Lance Neita, Contributor
It's a long road from growing up in Jakarta, Indonesia, where he played hide and seek on the streets as a boy, to the White House in the USA where possibilities have opened up for Barack Obama to become that country's first black President.
The odds have always been against Senator Obama and his astounding challenge for the presidency, but as the dust settles from North Carolina and Indiana primaries held last week, he has emerged as the front runner for the Democratic nomination with a clear mandate from popular vote as well as states won.
Even his formidable rival Senator Hilary Clinton, public statements to the contrary, must be thinking seriously of the prospects of conceding, as the Democrats face potential implosion if their Super Delegates were to vote against the man who has done everything to show that he is the winner in the race for the candidacy.
Perhaps, Mrs Clinton's only remaining hope is that her rival will somehow trip himself in the last stages of the campaign with some utterance or wild misjudgement that may affect his ratings with the party chiefs.
There is even the possibility that the Clinton team or the media can unearth some information on Mr. Obama's background that can be sold to the public as harmful to the party's chances in the presidential election.
Mr Obama however has already shown his mettle in staring down the Jeremiah Wright spectacle that threatened his campaign, even while many of his supporters here and abroad were on the verge of surrendering to the onslaught generated against him by powerful forces.
Open for interpretation
Last Tuesday we saw him storm back into the ring, trouncing the Senator from New York in the North Carolina battle while sharing honours in the Indiana test.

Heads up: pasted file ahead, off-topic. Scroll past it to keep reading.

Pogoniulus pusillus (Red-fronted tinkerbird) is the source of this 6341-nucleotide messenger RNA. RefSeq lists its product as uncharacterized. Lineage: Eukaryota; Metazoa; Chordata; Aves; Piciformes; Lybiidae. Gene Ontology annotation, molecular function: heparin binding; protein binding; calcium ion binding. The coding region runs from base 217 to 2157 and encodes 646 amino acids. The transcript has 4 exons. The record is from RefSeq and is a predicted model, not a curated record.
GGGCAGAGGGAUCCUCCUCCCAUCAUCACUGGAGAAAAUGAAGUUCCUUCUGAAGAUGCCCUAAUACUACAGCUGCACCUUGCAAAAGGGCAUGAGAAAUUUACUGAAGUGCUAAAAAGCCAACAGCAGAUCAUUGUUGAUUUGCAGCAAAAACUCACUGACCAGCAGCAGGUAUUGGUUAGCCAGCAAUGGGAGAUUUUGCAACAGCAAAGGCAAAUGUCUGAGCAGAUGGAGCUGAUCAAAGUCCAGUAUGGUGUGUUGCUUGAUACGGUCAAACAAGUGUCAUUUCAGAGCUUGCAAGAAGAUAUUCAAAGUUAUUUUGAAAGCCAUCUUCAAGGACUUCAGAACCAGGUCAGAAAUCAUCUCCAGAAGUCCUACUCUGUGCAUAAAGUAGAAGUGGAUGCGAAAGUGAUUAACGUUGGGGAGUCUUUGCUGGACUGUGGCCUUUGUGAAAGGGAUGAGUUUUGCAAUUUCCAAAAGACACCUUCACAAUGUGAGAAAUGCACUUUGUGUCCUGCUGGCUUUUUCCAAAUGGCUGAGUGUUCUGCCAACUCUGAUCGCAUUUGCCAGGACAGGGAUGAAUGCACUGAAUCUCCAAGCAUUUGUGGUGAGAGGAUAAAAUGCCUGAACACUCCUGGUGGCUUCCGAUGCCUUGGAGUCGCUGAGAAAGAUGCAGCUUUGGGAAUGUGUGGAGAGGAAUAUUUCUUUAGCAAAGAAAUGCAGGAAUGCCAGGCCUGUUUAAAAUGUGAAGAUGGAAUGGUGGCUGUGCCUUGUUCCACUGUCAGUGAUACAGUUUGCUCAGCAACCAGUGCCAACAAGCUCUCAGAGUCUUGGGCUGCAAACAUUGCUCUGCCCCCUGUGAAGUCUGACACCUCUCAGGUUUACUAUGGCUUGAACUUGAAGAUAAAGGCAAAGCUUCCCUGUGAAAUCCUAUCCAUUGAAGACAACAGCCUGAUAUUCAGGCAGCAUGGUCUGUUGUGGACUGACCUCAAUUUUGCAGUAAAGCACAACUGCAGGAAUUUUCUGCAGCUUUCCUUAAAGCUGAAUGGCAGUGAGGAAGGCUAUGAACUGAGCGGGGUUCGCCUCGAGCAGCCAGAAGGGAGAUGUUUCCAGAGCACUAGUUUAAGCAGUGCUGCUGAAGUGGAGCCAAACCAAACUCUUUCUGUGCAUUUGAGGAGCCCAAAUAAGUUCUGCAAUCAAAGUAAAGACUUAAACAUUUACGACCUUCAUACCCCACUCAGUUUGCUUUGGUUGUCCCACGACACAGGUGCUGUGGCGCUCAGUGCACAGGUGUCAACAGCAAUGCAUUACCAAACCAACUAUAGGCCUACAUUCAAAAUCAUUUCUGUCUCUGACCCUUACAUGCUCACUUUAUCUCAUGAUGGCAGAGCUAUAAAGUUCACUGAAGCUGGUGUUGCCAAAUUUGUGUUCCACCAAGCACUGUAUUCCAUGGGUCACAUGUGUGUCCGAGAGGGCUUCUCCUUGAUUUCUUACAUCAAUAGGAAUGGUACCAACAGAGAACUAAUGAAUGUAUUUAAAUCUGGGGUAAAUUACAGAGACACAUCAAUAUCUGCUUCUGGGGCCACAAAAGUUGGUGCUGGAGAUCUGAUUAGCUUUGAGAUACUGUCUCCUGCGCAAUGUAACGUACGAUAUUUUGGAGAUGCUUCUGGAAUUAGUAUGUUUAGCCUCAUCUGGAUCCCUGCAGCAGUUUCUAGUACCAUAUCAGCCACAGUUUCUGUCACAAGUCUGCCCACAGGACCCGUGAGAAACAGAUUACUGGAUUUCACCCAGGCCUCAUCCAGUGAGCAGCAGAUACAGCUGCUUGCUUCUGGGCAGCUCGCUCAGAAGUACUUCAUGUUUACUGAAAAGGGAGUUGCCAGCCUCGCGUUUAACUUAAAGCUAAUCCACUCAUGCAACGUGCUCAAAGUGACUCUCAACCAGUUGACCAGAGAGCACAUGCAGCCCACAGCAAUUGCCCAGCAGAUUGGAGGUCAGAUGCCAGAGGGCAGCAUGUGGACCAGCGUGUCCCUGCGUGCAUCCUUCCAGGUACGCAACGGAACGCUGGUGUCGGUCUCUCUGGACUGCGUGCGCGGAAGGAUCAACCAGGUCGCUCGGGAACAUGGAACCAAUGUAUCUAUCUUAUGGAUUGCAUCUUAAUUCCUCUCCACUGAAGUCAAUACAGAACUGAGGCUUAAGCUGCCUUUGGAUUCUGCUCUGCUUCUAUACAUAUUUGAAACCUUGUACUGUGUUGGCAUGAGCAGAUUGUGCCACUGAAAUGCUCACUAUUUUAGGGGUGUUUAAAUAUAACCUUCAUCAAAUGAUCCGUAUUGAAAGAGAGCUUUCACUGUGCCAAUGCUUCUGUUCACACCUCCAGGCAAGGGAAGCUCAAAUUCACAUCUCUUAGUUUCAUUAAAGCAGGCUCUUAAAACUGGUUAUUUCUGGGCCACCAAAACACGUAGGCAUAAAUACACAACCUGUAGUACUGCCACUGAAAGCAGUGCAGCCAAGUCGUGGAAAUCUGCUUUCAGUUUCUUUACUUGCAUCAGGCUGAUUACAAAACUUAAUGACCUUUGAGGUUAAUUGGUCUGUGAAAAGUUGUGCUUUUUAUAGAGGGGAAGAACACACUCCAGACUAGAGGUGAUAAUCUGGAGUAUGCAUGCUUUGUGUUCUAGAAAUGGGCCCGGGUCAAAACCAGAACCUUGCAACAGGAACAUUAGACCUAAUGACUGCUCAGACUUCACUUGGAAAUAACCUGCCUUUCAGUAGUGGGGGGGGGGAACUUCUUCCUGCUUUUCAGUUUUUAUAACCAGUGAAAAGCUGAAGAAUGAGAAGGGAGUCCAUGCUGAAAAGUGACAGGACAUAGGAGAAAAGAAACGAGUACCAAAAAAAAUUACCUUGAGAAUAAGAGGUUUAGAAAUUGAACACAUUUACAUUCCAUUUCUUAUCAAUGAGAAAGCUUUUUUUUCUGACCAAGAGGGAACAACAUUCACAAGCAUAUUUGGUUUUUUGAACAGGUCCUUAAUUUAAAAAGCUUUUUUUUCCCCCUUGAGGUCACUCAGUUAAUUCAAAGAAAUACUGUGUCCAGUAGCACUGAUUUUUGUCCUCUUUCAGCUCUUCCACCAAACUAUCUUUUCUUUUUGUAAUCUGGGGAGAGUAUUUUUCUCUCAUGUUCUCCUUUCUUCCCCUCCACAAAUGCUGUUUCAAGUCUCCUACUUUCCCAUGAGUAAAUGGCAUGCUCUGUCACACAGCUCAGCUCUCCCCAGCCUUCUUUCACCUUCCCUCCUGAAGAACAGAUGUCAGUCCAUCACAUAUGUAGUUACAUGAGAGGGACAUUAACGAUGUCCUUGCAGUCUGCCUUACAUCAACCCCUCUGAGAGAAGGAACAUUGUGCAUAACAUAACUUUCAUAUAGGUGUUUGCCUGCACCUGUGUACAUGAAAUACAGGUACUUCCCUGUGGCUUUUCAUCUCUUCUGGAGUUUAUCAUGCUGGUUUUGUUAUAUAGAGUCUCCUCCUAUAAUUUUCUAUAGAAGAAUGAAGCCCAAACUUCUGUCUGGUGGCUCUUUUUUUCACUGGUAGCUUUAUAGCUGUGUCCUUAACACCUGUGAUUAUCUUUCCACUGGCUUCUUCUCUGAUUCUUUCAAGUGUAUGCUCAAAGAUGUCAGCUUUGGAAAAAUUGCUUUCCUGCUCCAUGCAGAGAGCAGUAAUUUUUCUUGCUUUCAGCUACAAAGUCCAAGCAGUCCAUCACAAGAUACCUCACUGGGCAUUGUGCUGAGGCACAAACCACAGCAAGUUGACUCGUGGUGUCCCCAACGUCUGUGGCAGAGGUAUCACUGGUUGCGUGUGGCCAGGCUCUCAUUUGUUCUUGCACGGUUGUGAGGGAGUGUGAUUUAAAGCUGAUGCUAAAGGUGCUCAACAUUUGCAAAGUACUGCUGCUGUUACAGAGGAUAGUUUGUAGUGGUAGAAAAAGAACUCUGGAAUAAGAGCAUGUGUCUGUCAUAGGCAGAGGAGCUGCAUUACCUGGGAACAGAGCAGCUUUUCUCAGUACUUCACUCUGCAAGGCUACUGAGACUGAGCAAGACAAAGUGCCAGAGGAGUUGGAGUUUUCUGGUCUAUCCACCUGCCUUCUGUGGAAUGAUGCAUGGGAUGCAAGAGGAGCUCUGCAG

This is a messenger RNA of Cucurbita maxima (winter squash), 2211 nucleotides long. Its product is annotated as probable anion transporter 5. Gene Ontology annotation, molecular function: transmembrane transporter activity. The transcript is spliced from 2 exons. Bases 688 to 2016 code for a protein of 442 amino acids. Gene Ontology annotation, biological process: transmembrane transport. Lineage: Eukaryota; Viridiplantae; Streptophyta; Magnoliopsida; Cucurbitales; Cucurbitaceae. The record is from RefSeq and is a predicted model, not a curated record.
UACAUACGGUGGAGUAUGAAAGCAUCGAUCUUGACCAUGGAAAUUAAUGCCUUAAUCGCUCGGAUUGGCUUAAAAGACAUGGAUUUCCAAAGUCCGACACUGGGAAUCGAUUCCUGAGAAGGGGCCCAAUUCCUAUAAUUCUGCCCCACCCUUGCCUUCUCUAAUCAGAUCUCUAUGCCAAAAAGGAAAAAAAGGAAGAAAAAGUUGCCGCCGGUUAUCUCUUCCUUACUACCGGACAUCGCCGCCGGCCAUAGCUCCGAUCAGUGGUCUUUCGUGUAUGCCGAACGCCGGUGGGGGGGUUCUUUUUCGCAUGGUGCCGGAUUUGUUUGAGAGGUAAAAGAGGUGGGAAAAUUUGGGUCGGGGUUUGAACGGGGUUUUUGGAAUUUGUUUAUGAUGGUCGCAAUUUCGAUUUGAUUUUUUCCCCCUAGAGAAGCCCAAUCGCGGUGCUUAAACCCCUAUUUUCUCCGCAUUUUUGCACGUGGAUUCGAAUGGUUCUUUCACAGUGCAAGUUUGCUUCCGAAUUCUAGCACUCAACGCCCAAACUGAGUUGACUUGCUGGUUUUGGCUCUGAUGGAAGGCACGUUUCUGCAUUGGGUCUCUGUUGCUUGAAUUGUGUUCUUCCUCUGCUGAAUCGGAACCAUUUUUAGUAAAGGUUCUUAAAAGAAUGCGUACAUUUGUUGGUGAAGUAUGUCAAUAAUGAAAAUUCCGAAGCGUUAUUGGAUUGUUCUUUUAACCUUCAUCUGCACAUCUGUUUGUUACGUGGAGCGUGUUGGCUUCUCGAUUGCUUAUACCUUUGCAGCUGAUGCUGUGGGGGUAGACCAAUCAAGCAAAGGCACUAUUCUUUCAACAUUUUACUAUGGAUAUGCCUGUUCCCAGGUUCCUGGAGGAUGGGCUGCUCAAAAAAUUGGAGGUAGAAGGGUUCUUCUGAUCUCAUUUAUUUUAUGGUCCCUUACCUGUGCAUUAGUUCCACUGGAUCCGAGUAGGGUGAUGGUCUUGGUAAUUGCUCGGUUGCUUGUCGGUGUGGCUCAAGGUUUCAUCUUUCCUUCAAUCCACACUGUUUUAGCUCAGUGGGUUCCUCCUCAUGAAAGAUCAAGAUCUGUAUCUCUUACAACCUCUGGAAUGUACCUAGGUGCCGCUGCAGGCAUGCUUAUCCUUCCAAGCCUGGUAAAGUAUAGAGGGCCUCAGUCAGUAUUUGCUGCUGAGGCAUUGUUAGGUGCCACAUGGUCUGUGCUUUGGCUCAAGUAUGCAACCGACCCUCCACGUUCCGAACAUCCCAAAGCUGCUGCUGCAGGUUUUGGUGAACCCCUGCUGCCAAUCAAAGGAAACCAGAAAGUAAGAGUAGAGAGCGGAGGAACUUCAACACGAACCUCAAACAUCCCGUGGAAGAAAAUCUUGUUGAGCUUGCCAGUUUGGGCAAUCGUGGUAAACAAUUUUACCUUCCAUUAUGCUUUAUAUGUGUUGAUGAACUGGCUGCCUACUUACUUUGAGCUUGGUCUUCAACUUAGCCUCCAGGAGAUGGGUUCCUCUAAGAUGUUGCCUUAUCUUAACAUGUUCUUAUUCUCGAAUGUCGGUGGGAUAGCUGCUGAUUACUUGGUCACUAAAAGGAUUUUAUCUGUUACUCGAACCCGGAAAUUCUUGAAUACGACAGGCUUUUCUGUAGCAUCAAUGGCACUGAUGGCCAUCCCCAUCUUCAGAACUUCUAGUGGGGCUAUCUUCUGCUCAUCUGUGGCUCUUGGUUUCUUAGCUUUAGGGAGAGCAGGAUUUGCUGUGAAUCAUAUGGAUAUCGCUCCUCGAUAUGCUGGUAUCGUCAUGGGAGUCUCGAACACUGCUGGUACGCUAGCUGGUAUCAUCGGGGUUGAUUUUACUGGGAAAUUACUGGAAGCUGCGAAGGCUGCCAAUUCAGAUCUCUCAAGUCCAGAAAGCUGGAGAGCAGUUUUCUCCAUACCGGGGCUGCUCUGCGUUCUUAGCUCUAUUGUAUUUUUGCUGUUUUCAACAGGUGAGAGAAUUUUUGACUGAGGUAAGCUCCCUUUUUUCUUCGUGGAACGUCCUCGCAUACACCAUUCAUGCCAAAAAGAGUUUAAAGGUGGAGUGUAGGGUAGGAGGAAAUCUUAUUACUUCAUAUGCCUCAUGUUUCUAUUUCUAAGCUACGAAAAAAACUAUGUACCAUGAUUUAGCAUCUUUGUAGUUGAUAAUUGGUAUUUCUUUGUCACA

There is no certainty as yet that Mr Obama will get the final nod for nomination as the rules are open for interpretation regarding the status of the so-called renegade states Florida and Michigan.
The nominees are also subject to the whims and fancies of the Super Delegates who appear likely to vote for the Senator from Illinois, but will be making 'electability' against the Republican party's John McCain their final arbiter.
However, as the prospects for an American first in terms of a female Commander-in-Chief recedes, the implications of having the first black man in the White House are as awesome as they are a growing reality.
Mr Obama has always said he represents hope, and change. For America, the Obama choice would open up a new vista of world perceptions about the United States that would indeed change thinking, earn respect for their democracy, and help to bridge the divide among traditional enemies.
The possibilities are endless.
His multi-cultural upbringing has armed him with a background and a confidence to mix with all sorts of people and to feel at home under any conditions and to engage others with opposite points of view, all critical factors for leadership at a time of declining American influence.
There is an Obama-mania sweeping the world that has already gripped Jamaica, and poses the question of what is at stake for this country if the young man should win the presidency.
There may be no distinct advantage from an economic point of view, but Obama has repeatedly claimed that his personal life experiences turned him into someone who identifies with those less fortunate and has given him a finer understanding of the imbalances of this world and the prospects for developing countries.
But even as his supporters begin presumptuously to talk about an Obama administration, Senator Clinton is not giving up, and has vowed to continue fighting until the last vote is cast. Nevertheless the writing does look like it's on the wall.
There was a standing joke in the 1960s that Martin Luther King could get almost any favour out of John F. Kennedy. The story goes that the telephone rings one night in the White House (at 3:00 a.m.) and JFK groggily answers.
"Oh hi, Martin ... yes Martin you know you can call at any time ... yes Martin ... yes Martin ... but Martin ... but Martin, you know it's always been called the White House."
Perhaps Martins, or Baracks, or even Hilary's chickens are about to come home to roost.
Lance Neita is a freelance contributor; feedback to firstname.lastname@example.org.